Chicago — Recently, a 99-year-old trucking company shut down, leaving thousands of people out of work, including one of my loved ones who worked there for over two decades. When I heard the news, it confirmed a certain reality about the business world, that no one in the workforce is spared from change.
For years, your company might’ve been thriving, racking up sales, forging new partnerships, or driving new strategies. As an early career professional, you might not even imagine that your company could be handling its challenges today in ways that won’t work tomorrow, five years from now or fifty years from now. But the truth is, unless companies adapt in meaningful ways, they might not make it. If they don’t, that means the people working there need to adjust their career plans as well. It’s not fair but it’s a reality.
This makes me think of the 30,000 who left the trucking company. When a company has been around for so long, it might be easy for employees to think that will continue to be the case. How many made that assumption before they were surprisingly sent home with severance pay? How many saw the writing on the wall and prepared for their next steps? How many are still scrambling to find their next role right now? How many are too anxious and dumbfounded by their new challenging situation to start?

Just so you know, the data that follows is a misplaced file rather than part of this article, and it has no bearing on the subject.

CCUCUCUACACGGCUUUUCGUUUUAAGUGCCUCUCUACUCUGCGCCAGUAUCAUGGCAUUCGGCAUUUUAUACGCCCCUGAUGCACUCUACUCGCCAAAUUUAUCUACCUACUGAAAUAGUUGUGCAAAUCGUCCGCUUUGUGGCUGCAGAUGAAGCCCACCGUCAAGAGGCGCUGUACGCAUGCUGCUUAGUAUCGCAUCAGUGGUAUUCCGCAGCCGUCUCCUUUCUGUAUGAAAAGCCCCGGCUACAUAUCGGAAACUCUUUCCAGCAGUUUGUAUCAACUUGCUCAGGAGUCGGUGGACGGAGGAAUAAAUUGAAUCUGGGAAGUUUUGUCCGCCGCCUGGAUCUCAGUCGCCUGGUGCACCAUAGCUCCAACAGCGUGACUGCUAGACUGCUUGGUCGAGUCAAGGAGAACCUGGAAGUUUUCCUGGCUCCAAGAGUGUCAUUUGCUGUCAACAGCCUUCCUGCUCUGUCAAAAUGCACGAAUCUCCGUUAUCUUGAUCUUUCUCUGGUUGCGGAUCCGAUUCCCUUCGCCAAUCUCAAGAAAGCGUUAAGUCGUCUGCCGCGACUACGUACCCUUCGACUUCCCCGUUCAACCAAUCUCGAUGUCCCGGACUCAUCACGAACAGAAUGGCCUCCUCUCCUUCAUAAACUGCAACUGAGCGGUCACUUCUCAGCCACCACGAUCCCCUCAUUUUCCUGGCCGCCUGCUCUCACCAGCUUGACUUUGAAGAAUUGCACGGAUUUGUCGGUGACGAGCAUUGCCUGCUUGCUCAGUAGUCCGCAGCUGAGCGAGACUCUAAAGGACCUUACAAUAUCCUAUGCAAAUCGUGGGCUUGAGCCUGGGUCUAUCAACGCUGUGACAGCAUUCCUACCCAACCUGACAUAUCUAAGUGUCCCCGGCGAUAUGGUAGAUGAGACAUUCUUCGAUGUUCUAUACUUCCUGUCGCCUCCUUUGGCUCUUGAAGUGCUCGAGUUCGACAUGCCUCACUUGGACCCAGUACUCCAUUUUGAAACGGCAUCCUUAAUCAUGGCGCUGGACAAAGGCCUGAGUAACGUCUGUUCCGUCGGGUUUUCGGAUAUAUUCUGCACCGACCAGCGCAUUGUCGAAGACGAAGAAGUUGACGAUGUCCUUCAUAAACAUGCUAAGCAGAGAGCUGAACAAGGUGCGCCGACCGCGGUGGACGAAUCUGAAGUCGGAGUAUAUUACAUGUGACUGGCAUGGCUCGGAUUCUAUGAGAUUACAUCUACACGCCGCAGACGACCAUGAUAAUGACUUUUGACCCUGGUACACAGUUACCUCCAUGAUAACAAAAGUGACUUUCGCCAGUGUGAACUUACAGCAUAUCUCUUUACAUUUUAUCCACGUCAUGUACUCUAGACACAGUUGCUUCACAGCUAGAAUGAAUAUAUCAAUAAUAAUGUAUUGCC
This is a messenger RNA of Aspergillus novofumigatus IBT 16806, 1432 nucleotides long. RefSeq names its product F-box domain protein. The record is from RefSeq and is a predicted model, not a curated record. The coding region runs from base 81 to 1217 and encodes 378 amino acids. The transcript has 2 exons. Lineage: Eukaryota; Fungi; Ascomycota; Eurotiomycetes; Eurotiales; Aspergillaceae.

At the least, these considerations reminded me that I need to stay on top of a few things at my job. For one, I need a deep understanding of how well my company is doing and why. To the best of my ability, I need to know how confident I can be that I’ll still have a job next week or next year. Then, even when I have such confidence, I need to proactively look for ways my career can grow just in case things change. That might mean randomly scrolling through LinkedIn to see what roles are out there or developing certain skills in my free time that could make me a more attractive candidate to other companies. It might mean developing relationships with people in companies or industries I want to be in. It might just mean learning to be okay with change even when it brings challenges. One thing for sure: change brings both new challenges and opportunities.
Noah Johnson (he/him/his) is a Chicago-based journalist. Follow him on Twitter: @noahwritestoo.
Edited by NaTyshca Pickett